About Maha Shivaratri
Maha Shivaratri is celebrated throughout the country; it is particularly popular in Uttar Pradesh. Maha Shivratri falls on the 14th day of the dark half of 'Margasirsa' (February-March). The name means "the night of Shiva". The ceremonies take place chiefly at night. This is a festival observed in honour of Lord Shiva and it is believed that on this day Lord Shiva was married to Parvati. On this festival people worship 'Shiva - the Destroyer'. This night marks the night when Lord Shiva danced the 'Tandav'. In Andhra Pradesh, pilgrims throng the Sri Kalahasteshwara Temple at Kalahasti and the Bharamarambha Malikarjunaswamy Temple at Srisailam. About The Lord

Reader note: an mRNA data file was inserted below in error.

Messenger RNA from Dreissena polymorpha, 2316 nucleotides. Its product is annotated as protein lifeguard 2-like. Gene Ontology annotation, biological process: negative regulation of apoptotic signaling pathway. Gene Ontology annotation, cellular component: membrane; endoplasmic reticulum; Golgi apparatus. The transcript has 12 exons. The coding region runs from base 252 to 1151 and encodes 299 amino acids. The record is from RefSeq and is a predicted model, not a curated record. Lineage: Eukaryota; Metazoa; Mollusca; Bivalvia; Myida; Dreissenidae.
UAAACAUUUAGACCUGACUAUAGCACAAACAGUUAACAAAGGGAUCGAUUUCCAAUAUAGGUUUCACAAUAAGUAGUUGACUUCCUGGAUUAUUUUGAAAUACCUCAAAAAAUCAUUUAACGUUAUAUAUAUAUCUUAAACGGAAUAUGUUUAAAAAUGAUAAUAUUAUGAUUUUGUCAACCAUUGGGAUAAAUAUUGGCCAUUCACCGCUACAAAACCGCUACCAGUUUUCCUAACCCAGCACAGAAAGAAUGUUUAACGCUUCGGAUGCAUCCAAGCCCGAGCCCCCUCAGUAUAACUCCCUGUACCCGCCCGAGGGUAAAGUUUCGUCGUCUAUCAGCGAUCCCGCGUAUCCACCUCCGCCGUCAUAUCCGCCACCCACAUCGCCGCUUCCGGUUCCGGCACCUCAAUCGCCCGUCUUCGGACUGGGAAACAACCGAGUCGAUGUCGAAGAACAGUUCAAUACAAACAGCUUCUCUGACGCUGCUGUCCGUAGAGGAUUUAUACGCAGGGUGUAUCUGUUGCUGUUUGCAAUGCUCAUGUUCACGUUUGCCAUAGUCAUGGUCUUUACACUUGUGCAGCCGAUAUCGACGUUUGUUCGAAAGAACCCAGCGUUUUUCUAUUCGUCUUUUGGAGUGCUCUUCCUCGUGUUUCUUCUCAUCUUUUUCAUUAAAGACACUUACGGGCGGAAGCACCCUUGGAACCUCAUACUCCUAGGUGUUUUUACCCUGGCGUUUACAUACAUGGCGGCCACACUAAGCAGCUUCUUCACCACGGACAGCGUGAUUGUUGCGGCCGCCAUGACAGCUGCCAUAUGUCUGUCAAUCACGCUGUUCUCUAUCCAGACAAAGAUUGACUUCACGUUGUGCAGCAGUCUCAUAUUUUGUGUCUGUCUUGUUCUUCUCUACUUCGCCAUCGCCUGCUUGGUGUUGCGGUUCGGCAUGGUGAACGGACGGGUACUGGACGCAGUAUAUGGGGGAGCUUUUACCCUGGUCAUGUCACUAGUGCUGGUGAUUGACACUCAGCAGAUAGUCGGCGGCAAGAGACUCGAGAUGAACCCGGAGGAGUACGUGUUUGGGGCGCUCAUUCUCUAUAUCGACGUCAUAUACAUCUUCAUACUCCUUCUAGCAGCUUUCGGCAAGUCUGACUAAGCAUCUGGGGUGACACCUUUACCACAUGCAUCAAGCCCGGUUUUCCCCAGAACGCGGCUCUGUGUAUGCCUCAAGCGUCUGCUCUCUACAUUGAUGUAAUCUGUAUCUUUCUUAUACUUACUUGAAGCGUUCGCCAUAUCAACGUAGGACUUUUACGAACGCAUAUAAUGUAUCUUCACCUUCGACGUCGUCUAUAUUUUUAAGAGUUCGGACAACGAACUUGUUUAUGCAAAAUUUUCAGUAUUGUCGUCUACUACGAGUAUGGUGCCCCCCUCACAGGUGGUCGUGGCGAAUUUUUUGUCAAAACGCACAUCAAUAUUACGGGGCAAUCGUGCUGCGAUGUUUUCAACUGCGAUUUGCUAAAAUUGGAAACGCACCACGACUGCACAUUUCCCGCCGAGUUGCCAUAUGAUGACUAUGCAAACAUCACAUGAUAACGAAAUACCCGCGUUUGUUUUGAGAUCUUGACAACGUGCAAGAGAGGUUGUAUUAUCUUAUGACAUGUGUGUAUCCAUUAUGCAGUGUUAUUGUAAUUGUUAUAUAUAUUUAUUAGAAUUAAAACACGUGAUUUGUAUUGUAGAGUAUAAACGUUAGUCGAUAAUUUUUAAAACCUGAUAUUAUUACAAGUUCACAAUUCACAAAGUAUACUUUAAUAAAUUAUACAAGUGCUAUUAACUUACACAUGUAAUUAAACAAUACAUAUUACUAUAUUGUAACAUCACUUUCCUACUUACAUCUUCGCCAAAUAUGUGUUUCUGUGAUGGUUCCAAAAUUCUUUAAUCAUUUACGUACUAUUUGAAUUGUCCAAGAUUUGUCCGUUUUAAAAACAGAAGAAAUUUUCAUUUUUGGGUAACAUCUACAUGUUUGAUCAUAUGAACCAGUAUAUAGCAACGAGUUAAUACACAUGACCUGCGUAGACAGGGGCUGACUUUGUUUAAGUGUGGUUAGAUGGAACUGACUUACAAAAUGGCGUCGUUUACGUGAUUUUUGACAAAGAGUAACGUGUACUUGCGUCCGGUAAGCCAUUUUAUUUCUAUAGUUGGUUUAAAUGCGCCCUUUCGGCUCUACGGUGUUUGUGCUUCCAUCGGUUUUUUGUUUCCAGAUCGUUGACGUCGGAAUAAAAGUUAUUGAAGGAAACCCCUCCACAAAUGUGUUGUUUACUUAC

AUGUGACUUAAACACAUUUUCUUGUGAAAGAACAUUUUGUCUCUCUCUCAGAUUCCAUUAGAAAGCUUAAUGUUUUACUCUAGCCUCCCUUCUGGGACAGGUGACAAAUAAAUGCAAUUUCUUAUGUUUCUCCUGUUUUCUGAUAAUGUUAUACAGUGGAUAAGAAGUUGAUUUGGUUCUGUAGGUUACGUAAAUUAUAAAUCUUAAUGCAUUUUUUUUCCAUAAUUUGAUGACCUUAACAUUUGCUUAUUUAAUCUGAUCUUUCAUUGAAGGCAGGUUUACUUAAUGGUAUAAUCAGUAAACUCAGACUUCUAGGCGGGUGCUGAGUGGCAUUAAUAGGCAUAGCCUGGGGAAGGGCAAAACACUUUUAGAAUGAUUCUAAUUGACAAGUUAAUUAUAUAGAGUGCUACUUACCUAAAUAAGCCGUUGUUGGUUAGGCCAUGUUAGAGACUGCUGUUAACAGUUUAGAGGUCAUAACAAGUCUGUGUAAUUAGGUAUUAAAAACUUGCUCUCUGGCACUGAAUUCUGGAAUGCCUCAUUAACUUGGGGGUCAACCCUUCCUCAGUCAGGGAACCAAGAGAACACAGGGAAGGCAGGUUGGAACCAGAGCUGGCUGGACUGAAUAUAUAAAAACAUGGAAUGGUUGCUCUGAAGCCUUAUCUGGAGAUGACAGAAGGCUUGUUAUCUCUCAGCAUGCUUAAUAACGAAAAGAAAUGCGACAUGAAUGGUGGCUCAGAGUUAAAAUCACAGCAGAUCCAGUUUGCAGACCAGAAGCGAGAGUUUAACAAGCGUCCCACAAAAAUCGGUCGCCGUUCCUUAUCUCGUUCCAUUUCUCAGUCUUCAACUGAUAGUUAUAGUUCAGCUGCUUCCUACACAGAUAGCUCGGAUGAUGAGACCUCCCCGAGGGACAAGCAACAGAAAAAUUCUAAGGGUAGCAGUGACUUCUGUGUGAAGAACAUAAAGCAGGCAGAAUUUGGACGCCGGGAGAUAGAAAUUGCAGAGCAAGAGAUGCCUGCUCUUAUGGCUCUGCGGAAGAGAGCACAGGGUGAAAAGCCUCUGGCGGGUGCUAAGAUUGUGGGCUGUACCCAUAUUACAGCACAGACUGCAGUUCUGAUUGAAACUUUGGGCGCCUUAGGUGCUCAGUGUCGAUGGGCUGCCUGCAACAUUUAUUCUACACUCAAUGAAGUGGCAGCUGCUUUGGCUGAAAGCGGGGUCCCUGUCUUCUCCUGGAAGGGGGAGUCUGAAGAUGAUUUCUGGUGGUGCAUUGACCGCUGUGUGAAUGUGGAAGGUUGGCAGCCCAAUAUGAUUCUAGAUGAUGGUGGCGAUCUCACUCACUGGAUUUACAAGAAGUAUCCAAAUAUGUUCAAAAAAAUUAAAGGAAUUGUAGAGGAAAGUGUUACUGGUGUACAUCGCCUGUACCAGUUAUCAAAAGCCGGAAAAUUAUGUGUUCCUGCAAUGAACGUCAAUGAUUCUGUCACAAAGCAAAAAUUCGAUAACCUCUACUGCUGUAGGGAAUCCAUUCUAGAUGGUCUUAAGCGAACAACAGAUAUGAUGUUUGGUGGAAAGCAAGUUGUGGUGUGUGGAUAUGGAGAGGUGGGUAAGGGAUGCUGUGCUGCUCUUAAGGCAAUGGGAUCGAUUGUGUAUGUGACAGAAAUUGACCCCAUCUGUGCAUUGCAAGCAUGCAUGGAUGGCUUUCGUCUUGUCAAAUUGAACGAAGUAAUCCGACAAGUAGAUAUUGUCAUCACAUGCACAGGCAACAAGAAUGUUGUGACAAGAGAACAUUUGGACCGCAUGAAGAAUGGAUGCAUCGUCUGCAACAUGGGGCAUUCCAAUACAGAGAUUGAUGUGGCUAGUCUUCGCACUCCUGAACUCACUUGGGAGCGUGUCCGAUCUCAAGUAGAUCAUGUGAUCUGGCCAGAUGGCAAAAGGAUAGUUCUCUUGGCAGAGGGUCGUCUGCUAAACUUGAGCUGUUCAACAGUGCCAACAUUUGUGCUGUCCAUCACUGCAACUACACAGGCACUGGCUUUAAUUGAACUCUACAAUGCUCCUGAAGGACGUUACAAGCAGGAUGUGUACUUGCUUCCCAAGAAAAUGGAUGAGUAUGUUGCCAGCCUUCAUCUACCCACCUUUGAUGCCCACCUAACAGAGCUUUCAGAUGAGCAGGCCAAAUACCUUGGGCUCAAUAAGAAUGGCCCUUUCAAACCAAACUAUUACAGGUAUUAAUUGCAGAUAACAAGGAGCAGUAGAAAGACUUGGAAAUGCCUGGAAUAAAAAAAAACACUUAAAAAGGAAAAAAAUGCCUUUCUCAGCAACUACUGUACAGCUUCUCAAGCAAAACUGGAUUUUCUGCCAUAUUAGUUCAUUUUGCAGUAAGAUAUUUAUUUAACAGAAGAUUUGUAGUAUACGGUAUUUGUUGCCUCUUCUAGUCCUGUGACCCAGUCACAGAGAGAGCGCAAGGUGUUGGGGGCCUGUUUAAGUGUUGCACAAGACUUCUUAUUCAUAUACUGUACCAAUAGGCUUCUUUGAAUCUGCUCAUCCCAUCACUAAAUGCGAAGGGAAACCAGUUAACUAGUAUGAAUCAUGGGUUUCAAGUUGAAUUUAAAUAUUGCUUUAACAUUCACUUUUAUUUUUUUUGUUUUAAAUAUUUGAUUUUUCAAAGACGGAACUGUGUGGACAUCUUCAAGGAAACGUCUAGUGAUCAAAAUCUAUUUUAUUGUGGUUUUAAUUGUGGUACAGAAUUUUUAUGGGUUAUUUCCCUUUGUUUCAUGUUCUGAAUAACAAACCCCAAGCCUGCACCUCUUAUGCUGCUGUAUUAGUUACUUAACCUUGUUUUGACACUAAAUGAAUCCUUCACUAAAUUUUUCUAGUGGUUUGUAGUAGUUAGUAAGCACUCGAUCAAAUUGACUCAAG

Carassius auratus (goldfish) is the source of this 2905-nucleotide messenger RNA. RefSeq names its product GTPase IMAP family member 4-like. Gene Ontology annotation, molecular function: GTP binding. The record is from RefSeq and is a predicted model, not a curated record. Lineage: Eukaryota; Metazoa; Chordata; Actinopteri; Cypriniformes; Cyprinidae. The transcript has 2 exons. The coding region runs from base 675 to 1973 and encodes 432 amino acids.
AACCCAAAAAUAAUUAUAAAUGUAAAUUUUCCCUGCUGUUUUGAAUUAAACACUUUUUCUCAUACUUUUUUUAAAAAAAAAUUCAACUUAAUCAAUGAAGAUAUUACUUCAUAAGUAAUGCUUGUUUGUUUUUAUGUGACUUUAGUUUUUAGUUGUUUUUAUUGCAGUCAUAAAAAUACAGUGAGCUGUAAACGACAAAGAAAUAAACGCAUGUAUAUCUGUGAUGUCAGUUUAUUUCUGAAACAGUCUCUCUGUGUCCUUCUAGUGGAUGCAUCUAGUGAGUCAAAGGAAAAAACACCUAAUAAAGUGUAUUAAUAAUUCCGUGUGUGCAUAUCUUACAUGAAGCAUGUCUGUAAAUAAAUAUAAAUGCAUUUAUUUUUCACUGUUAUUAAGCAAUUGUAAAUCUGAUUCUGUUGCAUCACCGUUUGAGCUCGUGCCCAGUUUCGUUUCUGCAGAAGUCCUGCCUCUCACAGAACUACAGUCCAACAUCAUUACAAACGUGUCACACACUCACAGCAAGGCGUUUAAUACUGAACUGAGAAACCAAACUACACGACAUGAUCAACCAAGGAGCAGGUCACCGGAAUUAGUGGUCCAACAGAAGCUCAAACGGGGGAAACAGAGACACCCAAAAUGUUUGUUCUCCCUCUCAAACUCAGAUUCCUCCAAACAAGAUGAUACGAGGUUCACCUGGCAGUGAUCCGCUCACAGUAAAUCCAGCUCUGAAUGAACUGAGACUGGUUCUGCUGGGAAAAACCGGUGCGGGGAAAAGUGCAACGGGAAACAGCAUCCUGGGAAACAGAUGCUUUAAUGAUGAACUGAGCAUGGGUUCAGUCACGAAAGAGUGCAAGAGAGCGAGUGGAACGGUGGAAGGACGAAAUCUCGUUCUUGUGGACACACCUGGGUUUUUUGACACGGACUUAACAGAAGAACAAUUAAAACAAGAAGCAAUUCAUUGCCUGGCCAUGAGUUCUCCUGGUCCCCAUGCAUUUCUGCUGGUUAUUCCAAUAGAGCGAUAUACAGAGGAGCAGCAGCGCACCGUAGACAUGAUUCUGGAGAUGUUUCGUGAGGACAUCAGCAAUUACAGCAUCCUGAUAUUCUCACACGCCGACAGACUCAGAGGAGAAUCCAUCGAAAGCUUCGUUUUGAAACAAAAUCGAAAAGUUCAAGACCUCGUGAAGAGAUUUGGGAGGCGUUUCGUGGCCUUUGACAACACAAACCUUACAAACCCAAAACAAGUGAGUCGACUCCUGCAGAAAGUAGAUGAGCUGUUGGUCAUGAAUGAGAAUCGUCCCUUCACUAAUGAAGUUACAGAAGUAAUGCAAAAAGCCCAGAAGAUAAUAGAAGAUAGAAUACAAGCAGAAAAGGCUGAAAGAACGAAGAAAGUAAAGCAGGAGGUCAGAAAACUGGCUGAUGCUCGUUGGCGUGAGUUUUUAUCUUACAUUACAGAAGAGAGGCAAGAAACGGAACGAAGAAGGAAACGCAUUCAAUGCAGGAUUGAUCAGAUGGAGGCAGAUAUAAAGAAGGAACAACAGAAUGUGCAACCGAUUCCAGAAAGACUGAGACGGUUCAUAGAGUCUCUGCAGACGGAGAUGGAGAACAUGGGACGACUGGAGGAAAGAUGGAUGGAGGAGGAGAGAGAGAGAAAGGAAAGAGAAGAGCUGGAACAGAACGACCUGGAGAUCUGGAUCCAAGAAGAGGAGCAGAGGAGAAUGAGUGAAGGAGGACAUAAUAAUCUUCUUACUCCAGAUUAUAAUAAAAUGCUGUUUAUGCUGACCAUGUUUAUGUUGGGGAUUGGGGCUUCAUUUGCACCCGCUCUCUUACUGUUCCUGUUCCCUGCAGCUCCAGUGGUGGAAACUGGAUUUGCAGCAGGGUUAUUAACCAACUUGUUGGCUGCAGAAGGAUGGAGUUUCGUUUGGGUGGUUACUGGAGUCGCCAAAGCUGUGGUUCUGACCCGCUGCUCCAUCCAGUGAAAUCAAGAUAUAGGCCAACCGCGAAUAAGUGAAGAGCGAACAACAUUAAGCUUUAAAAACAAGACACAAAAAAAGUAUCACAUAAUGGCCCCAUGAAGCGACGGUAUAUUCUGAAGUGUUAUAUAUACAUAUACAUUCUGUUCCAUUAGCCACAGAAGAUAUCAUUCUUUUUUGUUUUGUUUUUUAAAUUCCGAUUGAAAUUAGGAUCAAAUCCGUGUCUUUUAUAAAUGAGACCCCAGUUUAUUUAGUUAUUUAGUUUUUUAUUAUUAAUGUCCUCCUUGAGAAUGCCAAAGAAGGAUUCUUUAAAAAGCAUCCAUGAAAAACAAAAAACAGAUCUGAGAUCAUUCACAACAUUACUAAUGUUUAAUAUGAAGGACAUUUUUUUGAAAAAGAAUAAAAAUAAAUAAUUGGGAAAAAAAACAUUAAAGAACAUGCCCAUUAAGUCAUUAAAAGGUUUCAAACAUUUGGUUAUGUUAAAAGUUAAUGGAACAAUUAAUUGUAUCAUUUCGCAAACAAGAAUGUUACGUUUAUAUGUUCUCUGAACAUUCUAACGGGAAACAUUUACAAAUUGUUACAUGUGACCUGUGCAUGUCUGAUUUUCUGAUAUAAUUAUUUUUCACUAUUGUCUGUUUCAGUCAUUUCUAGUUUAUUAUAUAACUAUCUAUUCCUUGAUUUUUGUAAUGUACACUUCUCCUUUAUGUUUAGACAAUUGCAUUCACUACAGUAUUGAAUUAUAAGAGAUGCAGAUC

Shiva - the word meaning auspicious - is one of the Hindu Trinity, comprising of Lord Brahma, the creator, Lord Vishnu, the preserver and Lord Shiva or Mahesh, the Destroyer and Re-Producer of life. Shiva is known by many names like "Shankar", "Mahesh", "Bholenath", "Neelakanth", "Shambhu Kailasheshwar", "Umanath", "Nataraj" and others. For few people, Shiva is "Paramatman", "Brahman", the Absolute, but many more prefer to see Shiva as a personal God given to compassion for his worshippers, and the dispenser of both spiritual and material blessings. Related to the Absolute concept is Shiva as "Yoganath" meaning the Lord of Yoga, wherein he becomes teacher, path and goal. As such he is the "Adi Guru" or the Highest Guru of 'Sannyasins' who have renounced the world to attain the Absolute. He is the most sought-after deity amongst the Hindus and they pray to him as the god of immense large-heartedness who they believe grants all their wishes. Around him are weaved many interesting stories that reveal His magnanimous heart. Not only this, but these stories and legends also enrich the Indian culture and art. Time is invisible and formless. Therefore Mahakal Shiva, as per the Vedas, manifested himself as "LINGUM" to make mankind aware of the presence of Eternal...
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